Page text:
By Thaddeus Mason Pope
THIS special symposium issue of the SMU Law Review commemorates the thirtieth anniversary of the U.S. Supreme Court’s decision in Cruzan v. Director, Missouri Department of Health. In that famous and seminal decision, the Court held that the U.S. Constitution permits states to require clear and convincing evidence of an incapacitated patient’s preferences before allowing that patient’s family to direct the withholding or withdrawing of life-sustaining medical treatment.
The key question in Cruzan was one of substantiation and evidence: how can the incapacitated patient’s surrogate decision maker prove that the health care decisions she makes on the patient’s behalf are the same health care decisions that the patient would have made for herself? Answering this question, the Court observed that an advance directive would constitute adequate proof because an advance directive constitutes clear and convincing evidence of a patient’s wishes.
Today, clinicians and policymakers no longer focus on the constitutional question of how much evidence state law may require from a patient’s surrogate. Instead, the current relevant question is more practical than legal: how can people best assure that their health care wishes are known and respected after they lose decision-making capacity? Thirty years ago, the Cruzan Court identified advance directives as a paradigm solution to this problem. And that is how policymakers have understood the lesson of the case. But if advance directives are a good way to communicate one’s wishes, then video advance directives are even better.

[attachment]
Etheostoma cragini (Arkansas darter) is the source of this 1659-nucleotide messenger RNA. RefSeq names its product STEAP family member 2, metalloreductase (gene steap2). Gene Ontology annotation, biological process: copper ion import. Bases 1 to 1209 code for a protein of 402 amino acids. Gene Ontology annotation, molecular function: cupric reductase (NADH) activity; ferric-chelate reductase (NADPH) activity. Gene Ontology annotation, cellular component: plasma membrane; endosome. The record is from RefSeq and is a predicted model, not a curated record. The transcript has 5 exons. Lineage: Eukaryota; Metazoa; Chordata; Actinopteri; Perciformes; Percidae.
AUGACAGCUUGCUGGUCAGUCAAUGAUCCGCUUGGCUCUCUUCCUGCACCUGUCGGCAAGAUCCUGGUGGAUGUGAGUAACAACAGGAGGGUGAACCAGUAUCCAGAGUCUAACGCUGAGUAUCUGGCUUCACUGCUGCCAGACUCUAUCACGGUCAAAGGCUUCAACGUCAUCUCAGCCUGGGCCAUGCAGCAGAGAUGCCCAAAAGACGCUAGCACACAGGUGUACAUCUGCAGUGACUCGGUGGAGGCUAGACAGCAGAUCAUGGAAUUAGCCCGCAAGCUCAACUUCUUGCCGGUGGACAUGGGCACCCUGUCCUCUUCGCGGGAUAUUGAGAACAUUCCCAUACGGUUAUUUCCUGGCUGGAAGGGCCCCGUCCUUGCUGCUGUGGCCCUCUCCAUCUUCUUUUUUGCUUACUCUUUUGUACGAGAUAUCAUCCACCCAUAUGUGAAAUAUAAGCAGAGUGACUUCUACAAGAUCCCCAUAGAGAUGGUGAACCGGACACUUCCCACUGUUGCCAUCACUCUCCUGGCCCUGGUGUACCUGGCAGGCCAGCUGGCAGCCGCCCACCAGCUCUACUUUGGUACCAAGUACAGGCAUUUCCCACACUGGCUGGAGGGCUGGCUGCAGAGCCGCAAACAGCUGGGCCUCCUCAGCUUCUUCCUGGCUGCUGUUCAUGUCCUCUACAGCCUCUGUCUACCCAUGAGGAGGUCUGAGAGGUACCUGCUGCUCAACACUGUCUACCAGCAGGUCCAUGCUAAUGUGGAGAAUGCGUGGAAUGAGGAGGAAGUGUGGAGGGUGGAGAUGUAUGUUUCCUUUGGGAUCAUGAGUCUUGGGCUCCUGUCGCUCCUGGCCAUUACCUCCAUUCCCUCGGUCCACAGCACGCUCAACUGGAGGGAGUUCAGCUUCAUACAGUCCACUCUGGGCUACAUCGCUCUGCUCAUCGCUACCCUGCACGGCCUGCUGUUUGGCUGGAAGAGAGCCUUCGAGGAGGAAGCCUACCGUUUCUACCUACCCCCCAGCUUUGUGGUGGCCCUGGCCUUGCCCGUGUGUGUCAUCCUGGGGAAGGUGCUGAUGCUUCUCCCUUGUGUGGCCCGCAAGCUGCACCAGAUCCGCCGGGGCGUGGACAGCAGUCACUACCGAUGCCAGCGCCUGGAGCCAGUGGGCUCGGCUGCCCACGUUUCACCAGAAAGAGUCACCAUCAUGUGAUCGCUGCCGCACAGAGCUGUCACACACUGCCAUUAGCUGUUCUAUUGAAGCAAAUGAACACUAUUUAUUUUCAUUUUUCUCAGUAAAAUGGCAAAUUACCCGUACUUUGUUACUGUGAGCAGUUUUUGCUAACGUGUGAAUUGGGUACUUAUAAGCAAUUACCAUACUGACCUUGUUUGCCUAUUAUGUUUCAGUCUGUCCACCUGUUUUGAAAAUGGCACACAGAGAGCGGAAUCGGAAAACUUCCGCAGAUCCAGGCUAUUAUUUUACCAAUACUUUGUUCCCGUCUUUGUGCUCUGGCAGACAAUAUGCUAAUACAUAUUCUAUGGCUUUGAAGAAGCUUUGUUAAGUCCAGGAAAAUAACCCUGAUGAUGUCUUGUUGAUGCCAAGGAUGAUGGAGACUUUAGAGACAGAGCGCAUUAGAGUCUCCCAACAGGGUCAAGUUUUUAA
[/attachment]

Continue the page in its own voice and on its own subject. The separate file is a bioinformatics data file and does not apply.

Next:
Thaddeus Mason Pope, Video Advance Directives: Growth and Benefits of Audiovisual Recording, 73 SMU L. Rev. 163 (2020).